At a series of meetings between April and October 1996, Tektronix representatives met with Lightworks' customers, including Digital Images. During these meetings, Tektronix representatives asserted that Tektronix would continue to improve and aggressively to market Lightworks. Between 1996 and August 1998, the representatives discussed Tektronix's forward-looking business plans during one-on-one meetings with Digital Images, and at industry conventions and trade shows. Based on Tektronix's presentations, Digital Images alleges it chose to remain with Lightworks instead of switching to Tektronix's competitor, Avid.
By September 1998, Avid had succeeded in controlling 85% of the non-linear film editing machine market. On September 3, 1998, abruptly, without warning, and contrary to previous representations, Avid and Tektronix entered into an "alliance" whereby Tektronix agreed to cease manufacturing and selling its Lightworks system, and to become a distributor for its previous competitor Avid's non-linear film editing products. To quote Digital Images' second amended complaint,
(b) Avid and Tektronix agreed "jointly" to market Avid's current and future non-linear editing products to the broadcast market, and Tektronix was prohibited from selling the Avid non-linear editing product to film market RESPS [i.e., rental equipment and service providers,] (such as Digital Images). When the parties agreed to end competition, which they recognized would be viewed as anti competitive conduct, they colluded
to conceal the true facts from the public. This was done through a variety of maneuvers, including false S.E.C. filings concerning Lightworks, false statements at press conferences, and an incentive system under which Tektronix would effectively be precluded from competing with Avid--even though the "joint venture" agreements did not contain an express non-compete clause; and (c) Avid and Tektronix agreed to stop competing in markets for the sale of editing equipment to the broadcast industry, and instead to combine their products into a single product that would eliminate the non-linear news editing equipment markets--which set the stage for Avid and Tektronix to split the profits that would be realized from the elimination of competition in these markets. Further to that scheme, Avid and Tektronix formed a jointly-owned corporation called "Avstar Systems LLC." The agreement between Tektronix and Avid was an egregious act of unlawful market division. . . .
[ER 0188-0189.] (Emphasis added.)
Digital Images alleges that this joint venture was purposefully anti-competitive and caused its film producer customers to refuse to have their films edited with Lightworks technology after they discovered that the system had been discontinued. Unable to switch products because of costs and allegedly insurmountable change-over complications, this competition-ending agreement between Avid and Tektronix effectively ruined Digital Images' Lightworks reliant business, and forced Digital Images out of business. As the district court noted, as a result of this joint venture "plaintiff's business was abruptly destroyed."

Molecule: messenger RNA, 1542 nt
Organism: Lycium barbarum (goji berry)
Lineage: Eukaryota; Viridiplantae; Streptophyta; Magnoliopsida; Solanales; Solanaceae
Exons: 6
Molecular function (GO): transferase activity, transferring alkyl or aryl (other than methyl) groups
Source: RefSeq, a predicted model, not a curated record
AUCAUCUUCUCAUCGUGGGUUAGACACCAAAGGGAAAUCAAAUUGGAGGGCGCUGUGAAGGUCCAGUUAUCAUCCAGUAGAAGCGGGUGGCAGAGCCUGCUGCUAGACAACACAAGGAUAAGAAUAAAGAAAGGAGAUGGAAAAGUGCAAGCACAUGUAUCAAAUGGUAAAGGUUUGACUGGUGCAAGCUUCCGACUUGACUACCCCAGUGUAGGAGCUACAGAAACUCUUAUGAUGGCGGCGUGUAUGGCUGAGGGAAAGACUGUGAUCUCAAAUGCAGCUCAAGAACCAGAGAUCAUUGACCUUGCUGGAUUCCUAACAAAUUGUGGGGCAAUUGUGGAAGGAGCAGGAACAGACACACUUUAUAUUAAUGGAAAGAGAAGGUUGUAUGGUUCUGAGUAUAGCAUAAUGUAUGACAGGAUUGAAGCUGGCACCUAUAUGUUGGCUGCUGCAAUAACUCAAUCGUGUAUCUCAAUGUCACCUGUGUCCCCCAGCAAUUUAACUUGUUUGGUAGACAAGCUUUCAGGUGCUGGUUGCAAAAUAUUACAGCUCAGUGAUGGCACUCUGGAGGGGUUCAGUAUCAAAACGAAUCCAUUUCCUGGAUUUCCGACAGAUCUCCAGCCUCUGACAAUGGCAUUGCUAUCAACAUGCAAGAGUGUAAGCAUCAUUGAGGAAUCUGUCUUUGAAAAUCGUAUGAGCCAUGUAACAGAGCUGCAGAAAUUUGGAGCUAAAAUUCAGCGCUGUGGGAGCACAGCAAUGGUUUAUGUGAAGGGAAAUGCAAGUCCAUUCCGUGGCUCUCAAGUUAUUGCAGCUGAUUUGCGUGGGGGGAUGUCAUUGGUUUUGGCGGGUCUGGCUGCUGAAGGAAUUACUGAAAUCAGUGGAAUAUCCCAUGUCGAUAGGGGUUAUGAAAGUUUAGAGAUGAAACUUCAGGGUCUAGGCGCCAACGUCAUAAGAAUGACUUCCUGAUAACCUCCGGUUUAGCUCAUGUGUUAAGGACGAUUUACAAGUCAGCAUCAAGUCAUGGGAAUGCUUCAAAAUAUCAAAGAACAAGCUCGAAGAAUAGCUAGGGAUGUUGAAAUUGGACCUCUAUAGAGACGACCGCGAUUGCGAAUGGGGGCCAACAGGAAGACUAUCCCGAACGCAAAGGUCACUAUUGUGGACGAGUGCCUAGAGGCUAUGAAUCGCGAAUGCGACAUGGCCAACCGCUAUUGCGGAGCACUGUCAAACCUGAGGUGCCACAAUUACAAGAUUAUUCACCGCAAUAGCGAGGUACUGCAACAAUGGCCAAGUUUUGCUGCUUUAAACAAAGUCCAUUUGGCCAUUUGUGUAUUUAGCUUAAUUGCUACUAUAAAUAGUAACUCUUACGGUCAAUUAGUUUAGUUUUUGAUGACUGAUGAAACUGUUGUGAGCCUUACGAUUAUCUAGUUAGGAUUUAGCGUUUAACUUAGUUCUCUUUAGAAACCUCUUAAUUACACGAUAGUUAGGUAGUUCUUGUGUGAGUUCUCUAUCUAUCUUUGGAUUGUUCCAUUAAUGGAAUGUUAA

Notwithstanding a string of prior consistent representations to the industry to the contrary, on October 9, 1998, Tektronix claimed to the Security and Exchange Commission ("S.E.C.") in justification of its decision to collaborate with Avid that it had entered into the alliance because Lightworks was near the end of its product life cycle. Whatever the reason, the alliance allegedly had the effect of eliminating all competition in the relevant market wherein Digital Images was both a customer-purchaser-owner-end-user and a purchaser-owner-lessor. Digital Images asserts that the agreement gave Avid a monopoly in the relevant market. Interbrand competition was dead.
Digital Images filed this private antitrust lawsuit on March 10, 1999, alleging that the Avid/Tektronix agreement violated antitrust laws--the Sherman Act (15 U.S.C. §§ 1-2), the Clayton Act (15 U.S.C. § 18), and the Cartwright Act (Cal. Bus. & Prof.Code § 16726). Digital Images alleged also state law claims against Tektronix for fraud, negligent misrepresentation, and promissory estoppel, and a claim against Avid for interference with prospective business advantage.
Digital Images alleged in its complaint that Tektronix's representations regarding its intentions were both material and false, and that Digital Images relied on these statements in two principal ways: (1) Digital Images repeated Tektronix's misrepresentations to its customers which caused it to lose business and credibility when the representations turned out to be false; and (2) Digital Images remained an exclusive Lightworks vendor (which included substantial capital investments in Lightworks equipment), which caused Digital Images to suffer unrecoverable losses when Tektronix...